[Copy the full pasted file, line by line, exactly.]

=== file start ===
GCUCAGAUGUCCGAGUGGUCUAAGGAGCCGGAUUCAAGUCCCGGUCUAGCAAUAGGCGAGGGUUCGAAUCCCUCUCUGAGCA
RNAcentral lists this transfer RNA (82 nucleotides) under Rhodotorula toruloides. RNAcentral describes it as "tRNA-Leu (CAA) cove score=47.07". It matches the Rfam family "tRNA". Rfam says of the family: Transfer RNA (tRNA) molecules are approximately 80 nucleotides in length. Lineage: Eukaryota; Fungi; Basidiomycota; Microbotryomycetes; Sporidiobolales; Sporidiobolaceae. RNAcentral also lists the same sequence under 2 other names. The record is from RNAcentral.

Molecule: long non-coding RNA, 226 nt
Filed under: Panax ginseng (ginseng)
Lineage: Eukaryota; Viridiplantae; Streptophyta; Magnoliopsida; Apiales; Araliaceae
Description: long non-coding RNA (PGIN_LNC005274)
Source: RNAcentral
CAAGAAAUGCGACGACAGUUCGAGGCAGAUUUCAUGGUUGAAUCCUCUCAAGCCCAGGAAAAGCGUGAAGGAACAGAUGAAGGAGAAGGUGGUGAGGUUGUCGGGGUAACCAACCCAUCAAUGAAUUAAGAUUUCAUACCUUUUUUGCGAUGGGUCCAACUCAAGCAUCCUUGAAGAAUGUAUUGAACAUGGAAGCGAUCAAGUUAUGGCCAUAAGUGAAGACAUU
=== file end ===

GCUCAGAUGUCCGAGUGGUCUAAGGAGCCGGAUUCAAGUCCCGGUCUAGCAAUAGGCGAGGGUUCGAAUCCCUCUCUGAGCA
RNAcentral lists this transfer RNA (82 nucleotides) under Rhodotorula toruloides. RNAcentral describes it as "tRNA-Leu (CAA) cove score=47.07". It matches the Rfam family "tRNA". Rfam says of the family: Transfer RNA (tRNA) molecules are approximately 80 nucleotides in length. Lineage: Eukaryota; Fungi; Basidiomycota; Microbotryomycetes; Sporidiobolales; Sporidiobolaceae. RNAcentral also lists the same sequence under 2 other names. The record is from RNAcentral.

Molecule: long non-coding RNA, 226 nt
Filed under: Panax ginseng (ginseng)
Lineage: Eukaryota; Viridiplantae; Streptophyta; Magnoliopsida; Apiales; Araliaceae
Description: long non-coding RNA (PGIN_LNC005274)
Source: RNAcentral
CAAGAAAUGCGACGACAGUUCGAGGCAGAUUUCAUGGUUGAAUCCUCUCAAGCCCAGGAAAAGCGUGAAGGAACAGAUGAAGGAGAAGGUGGUGAGGUUGUCGGGGUAACCAACCCAUCAAUGAAUUAAGAUUUCAUACCUUUUUUGCGAUGGGUCCAACUCAAGCAUCCUUGAAGAAUGUAUUGAACAUGGAAGCGAUCAAGUUAUGGCCAUAAGUGAAGACAUU